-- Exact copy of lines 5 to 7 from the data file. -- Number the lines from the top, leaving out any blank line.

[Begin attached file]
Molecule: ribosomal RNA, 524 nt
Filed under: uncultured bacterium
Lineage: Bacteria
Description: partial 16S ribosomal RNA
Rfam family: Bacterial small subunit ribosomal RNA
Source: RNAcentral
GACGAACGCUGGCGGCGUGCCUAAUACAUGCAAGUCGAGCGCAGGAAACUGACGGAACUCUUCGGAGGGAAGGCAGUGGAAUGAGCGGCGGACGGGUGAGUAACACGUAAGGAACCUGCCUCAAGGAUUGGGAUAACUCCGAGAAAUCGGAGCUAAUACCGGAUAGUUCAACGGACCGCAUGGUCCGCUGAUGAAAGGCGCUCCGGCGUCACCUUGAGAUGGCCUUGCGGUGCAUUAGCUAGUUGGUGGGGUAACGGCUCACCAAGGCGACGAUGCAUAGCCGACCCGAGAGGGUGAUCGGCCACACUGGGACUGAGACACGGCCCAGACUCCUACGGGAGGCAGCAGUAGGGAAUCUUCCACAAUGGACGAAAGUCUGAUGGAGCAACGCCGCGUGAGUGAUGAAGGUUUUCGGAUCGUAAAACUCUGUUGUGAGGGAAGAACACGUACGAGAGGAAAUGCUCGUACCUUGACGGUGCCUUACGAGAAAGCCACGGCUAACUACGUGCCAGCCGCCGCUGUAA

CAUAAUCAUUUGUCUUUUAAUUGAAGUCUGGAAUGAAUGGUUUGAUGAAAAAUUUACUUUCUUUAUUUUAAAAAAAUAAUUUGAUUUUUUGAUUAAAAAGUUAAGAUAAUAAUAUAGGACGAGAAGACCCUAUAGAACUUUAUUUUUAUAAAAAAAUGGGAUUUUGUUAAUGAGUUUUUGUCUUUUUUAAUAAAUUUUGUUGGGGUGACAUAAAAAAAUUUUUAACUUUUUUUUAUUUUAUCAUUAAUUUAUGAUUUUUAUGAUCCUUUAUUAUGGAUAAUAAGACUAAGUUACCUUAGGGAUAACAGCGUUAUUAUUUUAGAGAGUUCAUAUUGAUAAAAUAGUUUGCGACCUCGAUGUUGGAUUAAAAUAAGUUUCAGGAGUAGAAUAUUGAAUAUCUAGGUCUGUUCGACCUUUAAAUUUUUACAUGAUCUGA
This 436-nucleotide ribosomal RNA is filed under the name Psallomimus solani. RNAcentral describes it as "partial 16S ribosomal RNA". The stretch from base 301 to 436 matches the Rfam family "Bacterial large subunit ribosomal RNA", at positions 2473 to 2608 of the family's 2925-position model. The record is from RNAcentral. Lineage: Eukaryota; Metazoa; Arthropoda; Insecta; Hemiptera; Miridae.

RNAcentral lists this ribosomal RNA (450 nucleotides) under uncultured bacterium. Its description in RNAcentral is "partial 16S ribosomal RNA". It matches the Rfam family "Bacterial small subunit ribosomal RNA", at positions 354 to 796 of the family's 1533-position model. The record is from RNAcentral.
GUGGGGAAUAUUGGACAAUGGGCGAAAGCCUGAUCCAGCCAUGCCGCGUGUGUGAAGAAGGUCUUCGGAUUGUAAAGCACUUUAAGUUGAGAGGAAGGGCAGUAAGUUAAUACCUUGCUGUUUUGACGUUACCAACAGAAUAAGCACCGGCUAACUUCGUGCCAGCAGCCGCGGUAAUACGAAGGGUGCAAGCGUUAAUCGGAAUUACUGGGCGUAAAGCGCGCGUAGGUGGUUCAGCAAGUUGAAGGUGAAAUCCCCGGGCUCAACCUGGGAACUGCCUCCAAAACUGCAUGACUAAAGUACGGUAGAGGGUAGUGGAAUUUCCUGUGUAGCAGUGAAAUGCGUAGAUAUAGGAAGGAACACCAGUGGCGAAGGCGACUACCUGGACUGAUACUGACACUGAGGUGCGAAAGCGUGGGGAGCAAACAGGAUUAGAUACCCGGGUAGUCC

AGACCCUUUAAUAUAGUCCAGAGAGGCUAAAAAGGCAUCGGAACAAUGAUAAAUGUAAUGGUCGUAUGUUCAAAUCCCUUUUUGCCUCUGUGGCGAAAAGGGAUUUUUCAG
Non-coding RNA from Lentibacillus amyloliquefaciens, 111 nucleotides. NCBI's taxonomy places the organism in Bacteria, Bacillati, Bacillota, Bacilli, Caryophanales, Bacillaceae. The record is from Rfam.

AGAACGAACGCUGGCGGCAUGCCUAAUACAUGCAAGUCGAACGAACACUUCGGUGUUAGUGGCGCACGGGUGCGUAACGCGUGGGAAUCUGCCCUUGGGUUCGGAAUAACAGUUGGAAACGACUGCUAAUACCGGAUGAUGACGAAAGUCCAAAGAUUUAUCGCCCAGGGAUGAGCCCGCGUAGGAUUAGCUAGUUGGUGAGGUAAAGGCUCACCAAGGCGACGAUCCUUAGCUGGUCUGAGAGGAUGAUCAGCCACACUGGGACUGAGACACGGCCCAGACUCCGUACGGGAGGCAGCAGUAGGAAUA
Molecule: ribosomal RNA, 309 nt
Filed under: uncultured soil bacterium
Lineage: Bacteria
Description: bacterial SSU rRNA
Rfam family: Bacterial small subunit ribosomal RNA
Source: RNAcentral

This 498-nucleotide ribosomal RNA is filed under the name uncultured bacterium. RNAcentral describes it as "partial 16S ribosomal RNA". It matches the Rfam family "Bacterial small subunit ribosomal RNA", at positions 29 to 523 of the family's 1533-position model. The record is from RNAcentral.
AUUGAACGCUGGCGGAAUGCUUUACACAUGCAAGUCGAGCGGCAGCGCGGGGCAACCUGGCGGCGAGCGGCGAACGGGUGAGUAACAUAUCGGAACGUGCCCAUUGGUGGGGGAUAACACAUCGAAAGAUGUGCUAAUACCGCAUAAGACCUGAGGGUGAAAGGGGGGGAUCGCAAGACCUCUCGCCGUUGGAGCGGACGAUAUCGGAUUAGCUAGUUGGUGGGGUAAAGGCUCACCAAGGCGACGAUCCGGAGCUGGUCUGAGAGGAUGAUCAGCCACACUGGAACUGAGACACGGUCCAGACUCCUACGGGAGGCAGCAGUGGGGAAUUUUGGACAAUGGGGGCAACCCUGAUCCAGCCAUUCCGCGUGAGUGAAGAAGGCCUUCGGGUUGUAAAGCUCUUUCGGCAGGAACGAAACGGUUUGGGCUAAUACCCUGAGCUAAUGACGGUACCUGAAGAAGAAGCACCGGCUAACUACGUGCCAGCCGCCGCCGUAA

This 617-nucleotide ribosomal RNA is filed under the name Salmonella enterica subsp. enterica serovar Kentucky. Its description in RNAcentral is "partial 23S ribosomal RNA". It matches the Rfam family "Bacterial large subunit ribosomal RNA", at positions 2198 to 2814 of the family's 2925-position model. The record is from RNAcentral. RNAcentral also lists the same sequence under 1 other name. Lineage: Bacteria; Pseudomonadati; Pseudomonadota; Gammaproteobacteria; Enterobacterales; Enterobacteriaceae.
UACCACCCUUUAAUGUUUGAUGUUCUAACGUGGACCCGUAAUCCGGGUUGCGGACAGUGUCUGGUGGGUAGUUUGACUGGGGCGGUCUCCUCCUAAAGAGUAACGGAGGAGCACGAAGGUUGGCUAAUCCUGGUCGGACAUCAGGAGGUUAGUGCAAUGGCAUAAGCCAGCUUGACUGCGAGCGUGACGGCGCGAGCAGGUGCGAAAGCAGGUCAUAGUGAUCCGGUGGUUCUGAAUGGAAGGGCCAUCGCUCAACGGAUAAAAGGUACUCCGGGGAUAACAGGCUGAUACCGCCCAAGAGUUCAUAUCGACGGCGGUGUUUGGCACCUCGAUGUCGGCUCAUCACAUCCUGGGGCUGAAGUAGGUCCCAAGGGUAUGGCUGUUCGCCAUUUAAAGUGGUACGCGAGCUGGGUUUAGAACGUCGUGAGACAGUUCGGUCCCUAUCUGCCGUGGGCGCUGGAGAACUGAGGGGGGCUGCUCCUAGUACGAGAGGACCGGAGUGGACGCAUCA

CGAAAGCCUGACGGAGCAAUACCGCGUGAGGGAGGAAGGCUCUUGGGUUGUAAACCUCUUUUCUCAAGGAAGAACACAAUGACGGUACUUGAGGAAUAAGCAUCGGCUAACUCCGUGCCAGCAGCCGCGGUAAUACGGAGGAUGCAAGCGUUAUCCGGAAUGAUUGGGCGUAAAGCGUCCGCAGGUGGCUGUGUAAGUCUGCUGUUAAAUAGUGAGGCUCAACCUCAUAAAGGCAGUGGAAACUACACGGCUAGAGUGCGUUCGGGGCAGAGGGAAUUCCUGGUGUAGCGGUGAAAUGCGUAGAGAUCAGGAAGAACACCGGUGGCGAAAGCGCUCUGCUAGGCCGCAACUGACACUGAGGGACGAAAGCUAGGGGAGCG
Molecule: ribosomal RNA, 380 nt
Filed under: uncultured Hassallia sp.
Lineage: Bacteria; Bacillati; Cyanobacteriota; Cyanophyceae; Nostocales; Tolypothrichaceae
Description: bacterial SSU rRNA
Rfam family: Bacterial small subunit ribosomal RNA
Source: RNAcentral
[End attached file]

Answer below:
Rfam family: Bacterial small subunit ribosomal RNA
Source: RNAcentral
GACGAACGCUGGCGGCGUGCCUAAUACAUGCAAGUCGAGCGCAGGAAACUGACGGAACUCUUCGGAGGGAAGGCAGUGGAAUGAGCGGCGGACGGGUGAGUAACACGUAAGGAACCUGCCUCAAGGAUUGGGAUAACUCCGAGAAAUCGGAGCUAAUACCGGAUAGUUCAACGGACCGCAUGGUCCGCUGAUGAAAGGCGCUCCGGCGUCACCUUGAGAUGGCCUUGCGGUGCAUUAGCUAGUUGGUGGGGUAACGGCUCACCAAGGCGACGAUGCAUAGCCGACCCGAGAGGGUGAUCGGCCACACUGGGACUGAGACACGGCCCAGACUCCUACGGGAGGCAGCAGUAGGGAAUCUUCCACAAUGGACGAAAGUCUGAUGGAGCAACGCCGCGUGAGUGAUGAAGGUUUUCGGAUCGUAAAACUCUGUUGUGAGGGAAGAACACGUACGAGAGGAAAUGCUCGUACCUUGACGGUGCCUUACGAGAAAGCCACGGCUAACUACGUGCCAGCCGCCGCUGUAA